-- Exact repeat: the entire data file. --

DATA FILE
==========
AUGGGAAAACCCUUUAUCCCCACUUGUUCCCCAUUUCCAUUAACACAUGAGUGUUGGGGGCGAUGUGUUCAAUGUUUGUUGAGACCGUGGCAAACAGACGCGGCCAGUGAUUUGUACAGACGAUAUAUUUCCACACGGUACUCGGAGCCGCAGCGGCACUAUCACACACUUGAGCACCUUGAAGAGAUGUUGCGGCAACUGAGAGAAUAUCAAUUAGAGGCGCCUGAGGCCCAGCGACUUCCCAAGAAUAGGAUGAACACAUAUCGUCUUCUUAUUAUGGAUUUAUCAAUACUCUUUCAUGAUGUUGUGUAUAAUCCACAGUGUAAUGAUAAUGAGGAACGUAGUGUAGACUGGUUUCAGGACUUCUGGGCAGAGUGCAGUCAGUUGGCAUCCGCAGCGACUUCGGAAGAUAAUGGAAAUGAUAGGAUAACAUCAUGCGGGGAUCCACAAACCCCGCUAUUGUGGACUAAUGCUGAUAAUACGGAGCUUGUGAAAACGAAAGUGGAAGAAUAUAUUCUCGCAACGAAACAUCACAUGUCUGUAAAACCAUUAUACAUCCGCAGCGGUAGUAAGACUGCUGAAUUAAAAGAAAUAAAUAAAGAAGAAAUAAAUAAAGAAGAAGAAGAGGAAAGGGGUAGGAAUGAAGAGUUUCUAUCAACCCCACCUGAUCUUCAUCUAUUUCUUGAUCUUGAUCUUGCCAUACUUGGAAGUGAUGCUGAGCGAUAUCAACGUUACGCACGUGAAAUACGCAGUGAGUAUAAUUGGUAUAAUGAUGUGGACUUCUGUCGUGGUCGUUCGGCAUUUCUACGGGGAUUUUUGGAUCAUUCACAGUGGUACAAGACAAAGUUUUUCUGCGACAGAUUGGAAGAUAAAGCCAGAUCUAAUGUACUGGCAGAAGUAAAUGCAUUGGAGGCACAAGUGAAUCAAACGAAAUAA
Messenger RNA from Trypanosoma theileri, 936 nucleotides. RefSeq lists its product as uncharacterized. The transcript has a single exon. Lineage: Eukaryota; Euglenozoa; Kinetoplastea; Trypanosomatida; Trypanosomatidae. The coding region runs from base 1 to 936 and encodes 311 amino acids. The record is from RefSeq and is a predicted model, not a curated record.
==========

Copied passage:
AUGGGAAAACCCUUUAUCCCCACUUGUUCCCCAUUUCCAUUAACACAUGAGUGUUGGGGGCGAUGUGUUCAAUGUUUGUUGAGACCGUGGCAAACAGACGCGGCCAGUGAUUUGUACAGACGAUAUAUUUCCACACGGUACUCGGAGCCGCAGCGGCACUAUCACACACUUGAGCACCUUGAAGAGAUGUUGCGGCAACUGAGAGAAUAUCAAUUAGAGGCGCCUGAGGCCCAGCGACUUCCCAAGAAUAGGAUGAACACAUAUCGUCUUCUUAUUAUGGAUUUAUCAAUACUCUUUCAUGAUGUUGUGUAUAAUCCACAGUGUAAUGAUAAUGAGGAACGUAGUGUAGACUGGUUUCAGGACUUCUGGGCAGAGUGCAGUCAGUUGGCAUCCGCAGCGACUUCGGAAGAUAAUGGAAAUGAUAGGAUAACAUCAUGCGGGGAUCCACAAACCCCGCUAUUGUGGACUAAUGCUGAUAAUACGGAGCUUGUGAAAACGAAAGUGGAAGAAUAUAUUCUCGCAACGAAACAUCACAUGUCUGUAAAACCAUUAUACAUCCGCAGCGGUAGUAAGACUGCUGAAUUAAAAGAAAUAAAUAAAGAAGAAAUAAAUAAAGAAGAAGAAGAGGAAAGGGGUAGGAAUGAAGAGUUUCUAUCAACCCCACCUGAUCUUCAUCUAUUUCUUGAUCUUGAUCUUGCCAUACUUGGAAGUGAUGCUGAGCGAUAUCAACGUUACGCACGUGAAAUACGCAGUGAGUAUAAUUGGUAUAAUGAUGUGGACUUCUGUCGUGGUCGUUCGGCAUUUCUACGGGGAUUUUUGGAUCAUUCACAGUGGUACAAGACAAAGUUUUUCUGCGACAGAUUGGAAGAUAAAGCCAGAUCUAAUGUACUGGCAGAAGUAAAUGCAUUGGAGGCACAAGUGAAUCAAACGAAAUAA
Messenger RNA from Trypanosoma theileri, 936 nucleotides. RefSeq lists its product as uncharacterized. The transcript has a single exon. Lineage: Eukaryota; Euglenozoa; Kinetoplastea; Trypanosomatida; Trypanosomatidae. The coding region runs from base 1 to 936 and encodes 311 amino acids. The record is from RefSeq and is a predicted model, not a curated record.